Butter in my handbag

There’s a substantial amount of boring build up to this story – but bear with me…

Last Wednesday I was having something to eat after work before heading off to class. (Philosophy Part 2 – check me out, all educated and stuff). I decided on some yummy soup with crusty bread. Inside the bag of said yummy bread was a single serving of butter. Since I was not intent on using it I debated whether or not to throw it away. This seemed very wasteful and against the values in which I was raised, so I used the paper the bread was sealed in and wrapped the butter up in it and stashed it in my handbag, you know, for that extremely likely butter emergency that is of course inevitable. (Dum dum duuum) My evening continued, I went to class, spoke to some friends and made my way home. upon arrival my well earned rest and sleep was disturbed by neighbours who felt the need to screech and bang and shout for another hour. That is another story entirely.

On Friday I performed a random handbag rummage to throw away any accumulated junk. I then looked into the side pocket to find that little knob of butter, still faithfully waiting to be placed in the fridge. Thankfully it had not decided to distribute itself amongst other items in my bag. At that moment is struck me harder than ever before that I am unconciously turning into my mother.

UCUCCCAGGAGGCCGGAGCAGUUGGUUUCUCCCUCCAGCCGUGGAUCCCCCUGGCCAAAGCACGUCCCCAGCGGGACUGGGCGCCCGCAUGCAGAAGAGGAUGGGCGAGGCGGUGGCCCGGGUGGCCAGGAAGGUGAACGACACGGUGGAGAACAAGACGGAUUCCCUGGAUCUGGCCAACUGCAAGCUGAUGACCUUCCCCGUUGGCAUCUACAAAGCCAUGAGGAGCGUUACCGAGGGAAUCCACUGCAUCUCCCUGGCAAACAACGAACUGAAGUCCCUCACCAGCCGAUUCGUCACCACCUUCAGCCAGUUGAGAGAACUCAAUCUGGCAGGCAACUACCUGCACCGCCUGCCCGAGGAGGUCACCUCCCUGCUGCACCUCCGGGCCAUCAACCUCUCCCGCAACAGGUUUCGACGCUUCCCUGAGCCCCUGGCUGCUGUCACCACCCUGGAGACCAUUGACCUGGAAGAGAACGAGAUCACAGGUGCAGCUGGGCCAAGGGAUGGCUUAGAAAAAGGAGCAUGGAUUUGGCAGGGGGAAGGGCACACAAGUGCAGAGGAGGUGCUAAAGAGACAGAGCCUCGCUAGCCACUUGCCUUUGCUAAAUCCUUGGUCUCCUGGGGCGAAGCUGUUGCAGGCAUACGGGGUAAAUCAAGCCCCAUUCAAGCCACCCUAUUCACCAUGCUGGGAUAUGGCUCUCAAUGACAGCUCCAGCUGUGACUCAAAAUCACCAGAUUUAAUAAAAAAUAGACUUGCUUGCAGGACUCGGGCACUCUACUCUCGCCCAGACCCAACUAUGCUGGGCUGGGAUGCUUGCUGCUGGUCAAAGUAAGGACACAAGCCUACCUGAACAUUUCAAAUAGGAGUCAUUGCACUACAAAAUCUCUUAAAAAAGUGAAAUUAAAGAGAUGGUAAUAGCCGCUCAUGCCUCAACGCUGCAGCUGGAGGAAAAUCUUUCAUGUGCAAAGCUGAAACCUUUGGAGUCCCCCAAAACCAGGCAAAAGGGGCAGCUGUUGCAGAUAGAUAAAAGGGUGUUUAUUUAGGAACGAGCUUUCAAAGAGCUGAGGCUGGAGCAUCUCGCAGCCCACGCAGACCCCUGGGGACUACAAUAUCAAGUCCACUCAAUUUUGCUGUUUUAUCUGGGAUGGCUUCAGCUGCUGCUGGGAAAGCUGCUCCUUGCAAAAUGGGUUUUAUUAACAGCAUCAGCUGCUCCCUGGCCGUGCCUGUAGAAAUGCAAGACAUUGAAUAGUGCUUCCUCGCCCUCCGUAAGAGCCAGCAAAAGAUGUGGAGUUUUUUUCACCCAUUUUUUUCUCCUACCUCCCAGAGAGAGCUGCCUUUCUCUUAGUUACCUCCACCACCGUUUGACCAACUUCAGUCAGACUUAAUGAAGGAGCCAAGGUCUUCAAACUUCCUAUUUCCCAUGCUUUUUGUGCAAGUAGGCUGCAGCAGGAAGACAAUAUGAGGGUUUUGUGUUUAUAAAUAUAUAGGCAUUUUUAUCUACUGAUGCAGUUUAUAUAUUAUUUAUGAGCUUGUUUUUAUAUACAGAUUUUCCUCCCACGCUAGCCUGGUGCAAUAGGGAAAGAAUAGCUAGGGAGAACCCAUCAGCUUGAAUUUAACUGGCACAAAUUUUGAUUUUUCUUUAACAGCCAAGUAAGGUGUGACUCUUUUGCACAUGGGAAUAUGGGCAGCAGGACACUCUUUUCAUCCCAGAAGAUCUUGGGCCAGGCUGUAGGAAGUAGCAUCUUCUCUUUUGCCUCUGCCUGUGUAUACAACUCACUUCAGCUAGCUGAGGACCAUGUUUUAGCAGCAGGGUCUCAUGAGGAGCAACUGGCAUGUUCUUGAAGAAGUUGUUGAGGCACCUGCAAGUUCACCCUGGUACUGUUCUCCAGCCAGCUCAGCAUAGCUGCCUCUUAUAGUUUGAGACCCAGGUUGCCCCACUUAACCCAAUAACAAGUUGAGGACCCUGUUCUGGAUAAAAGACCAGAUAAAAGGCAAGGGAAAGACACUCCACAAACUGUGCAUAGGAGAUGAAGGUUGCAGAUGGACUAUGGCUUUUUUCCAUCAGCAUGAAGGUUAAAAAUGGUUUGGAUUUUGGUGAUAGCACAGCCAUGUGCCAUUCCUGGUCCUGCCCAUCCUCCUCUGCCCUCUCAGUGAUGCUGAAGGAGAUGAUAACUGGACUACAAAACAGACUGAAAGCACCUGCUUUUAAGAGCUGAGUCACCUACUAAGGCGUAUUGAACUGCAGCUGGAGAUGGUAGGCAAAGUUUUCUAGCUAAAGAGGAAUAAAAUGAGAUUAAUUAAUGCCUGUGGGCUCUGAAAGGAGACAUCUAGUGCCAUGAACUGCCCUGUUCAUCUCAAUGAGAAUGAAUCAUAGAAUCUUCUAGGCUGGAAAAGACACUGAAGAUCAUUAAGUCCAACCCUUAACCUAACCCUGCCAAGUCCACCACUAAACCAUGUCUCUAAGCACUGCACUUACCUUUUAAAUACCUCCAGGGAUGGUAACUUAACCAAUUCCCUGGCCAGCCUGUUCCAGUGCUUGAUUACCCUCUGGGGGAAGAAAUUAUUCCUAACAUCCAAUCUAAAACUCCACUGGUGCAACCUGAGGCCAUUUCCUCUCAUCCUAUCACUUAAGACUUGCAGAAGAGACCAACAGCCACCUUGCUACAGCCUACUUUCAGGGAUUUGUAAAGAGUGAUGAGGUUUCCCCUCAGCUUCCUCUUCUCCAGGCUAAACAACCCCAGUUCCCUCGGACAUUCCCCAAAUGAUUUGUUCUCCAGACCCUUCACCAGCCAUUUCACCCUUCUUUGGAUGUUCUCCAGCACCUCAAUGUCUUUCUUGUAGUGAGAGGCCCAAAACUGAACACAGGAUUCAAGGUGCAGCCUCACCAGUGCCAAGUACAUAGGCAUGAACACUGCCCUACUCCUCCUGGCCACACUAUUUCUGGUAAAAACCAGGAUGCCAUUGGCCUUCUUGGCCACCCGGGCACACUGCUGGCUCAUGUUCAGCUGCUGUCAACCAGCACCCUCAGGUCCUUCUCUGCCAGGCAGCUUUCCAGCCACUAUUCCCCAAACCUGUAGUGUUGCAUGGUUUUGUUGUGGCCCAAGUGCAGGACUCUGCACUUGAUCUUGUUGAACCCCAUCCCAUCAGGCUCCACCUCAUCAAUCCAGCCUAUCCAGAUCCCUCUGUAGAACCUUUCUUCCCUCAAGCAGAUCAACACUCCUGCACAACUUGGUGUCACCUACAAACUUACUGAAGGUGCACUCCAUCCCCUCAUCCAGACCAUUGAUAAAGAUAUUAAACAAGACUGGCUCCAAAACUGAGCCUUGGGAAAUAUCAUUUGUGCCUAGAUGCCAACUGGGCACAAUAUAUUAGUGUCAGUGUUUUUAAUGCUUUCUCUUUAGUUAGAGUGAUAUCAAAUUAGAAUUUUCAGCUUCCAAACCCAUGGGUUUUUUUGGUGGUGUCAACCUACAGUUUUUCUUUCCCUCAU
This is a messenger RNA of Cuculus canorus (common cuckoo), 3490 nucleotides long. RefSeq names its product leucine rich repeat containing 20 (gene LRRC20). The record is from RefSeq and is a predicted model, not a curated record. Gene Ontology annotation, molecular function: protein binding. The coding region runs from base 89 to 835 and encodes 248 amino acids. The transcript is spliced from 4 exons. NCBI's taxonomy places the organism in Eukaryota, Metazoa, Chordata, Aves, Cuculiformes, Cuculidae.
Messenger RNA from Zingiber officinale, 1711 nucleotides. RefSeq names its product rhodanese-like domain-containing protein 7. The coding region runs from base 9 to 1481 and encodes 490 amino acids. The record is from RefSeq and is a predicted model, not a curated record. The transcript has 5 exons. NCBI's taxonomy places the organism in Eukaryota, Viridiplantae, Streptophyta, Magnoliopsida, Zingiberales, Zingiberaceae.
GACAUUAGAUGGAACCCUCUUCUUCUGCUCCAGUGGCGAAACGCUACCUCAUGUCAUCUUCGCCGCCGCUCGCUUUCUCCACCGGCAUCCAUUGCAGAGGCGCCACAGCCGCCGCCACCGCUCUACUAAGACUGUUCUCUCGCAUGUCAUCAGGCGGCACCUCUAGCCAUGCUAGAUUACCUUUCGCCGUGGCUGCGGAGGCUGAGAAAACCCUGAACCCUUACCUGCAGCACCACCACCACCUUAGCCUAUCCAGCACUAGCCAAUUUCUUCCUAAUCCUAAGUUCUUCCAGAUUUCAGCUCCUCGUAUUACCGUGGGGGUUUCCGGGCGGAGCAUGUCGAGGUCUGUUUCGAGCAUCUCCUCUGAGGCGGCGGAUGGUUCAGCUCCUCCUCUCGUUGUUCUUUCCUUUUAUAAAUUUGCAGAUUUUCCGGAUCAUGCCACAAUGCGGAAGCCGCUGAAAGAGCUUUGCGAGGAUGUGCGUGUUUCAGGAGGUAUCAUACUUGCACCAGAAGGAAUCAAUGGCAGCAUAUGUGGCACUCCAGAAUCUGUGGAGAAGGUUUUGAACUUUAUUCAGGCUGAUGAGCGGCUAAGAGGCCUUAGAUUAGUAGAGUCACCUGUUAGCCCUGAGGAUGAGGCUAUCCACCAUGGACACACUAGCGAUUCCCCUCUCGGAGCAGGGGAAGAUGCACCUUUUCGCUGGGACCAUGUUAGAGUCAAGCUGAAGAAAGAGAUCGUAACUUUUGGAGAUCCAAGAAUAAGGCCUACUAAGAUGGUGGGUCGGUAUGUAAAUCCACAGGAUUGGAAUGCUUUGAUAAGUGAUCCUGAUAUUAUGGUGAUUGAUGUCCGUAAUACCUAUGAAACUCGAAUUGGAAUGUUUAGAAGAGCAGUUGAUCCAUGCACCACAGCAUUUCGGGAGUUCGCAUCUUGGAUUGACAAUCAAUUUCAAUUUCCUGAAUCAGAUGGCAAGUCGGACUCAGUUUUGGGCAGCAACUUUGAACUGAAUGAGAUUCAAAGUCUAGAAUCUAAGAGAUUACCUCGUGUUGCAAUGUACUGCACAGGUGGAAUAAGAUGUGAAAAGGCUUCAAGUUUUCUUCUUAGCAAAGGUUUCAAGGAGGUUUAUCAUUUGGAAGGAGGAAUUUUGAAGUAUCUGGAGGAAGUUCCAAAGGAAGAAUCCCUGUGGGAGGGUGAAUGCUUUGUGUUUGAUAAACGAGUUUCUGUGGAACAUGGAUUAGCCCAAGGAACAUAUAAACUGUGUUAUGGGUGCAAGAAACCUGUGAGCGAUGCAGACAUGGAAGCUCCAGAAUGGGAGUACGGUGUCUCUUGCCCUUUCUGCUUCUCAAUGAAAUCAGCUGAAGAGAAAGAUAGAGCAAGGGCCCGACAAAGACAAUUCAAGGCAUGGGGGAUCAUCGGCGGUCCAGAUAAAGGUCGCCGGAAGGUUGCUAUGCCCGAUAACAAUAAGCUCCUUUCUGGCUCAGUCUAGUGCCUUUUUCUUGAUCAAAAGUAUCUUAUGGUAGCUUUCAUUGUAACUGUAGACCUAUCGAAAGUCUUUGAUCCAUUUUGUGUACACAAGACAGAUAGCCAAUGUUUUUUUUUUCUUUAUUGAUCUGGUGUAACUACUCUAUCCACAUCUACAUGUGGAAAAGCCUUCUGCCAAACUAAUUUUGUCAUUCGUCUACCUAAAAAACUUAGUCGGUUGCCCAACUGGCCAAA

This thought has happened upon all of us I’m sure, I’ve thought it before looking at my handwriting sometimes and perhaps in the little things I say, the way I laugh or funny faces I pull. This realisation is traditionally followed by an exaserbated ‘Oh God!’ but this time it was different.

I was raised in a house where we learned the value of things. You earned things, it wasn’t just given to you and nothing was taken for granted. For example, my mom would take the last scrabbly bits of soap that were impossible to use and melt them together to form a new bar of soap. Clever wartime logic which could serve us very well in these times of austerity. I am very grateful to my parents for instilling this in me, that is to say now I am. As a teenager I was one of those bratty ‘nobody understands me’ type, inwardly foot stamping and self absorbed. Back then the very thought of turning into my mother was abhorrent.

Being so far away from my family now has taught me a lot about them as individuals and as parents. Seeing my sister with her daughter has taught me a lot too. Now the thought of turning into my mom is not feared, it’s a cause for celebration. It’s a legacy. I look forward to being the lady who makes her own jam (and beer!) and has a hidden bag of saved used wrapping paper for all ocassions. Most of all I look forward to being the ray of sunshine my mom is to all who meet her.

All this from some unwanted butter. You can tell I’m studying philosophy can’t you…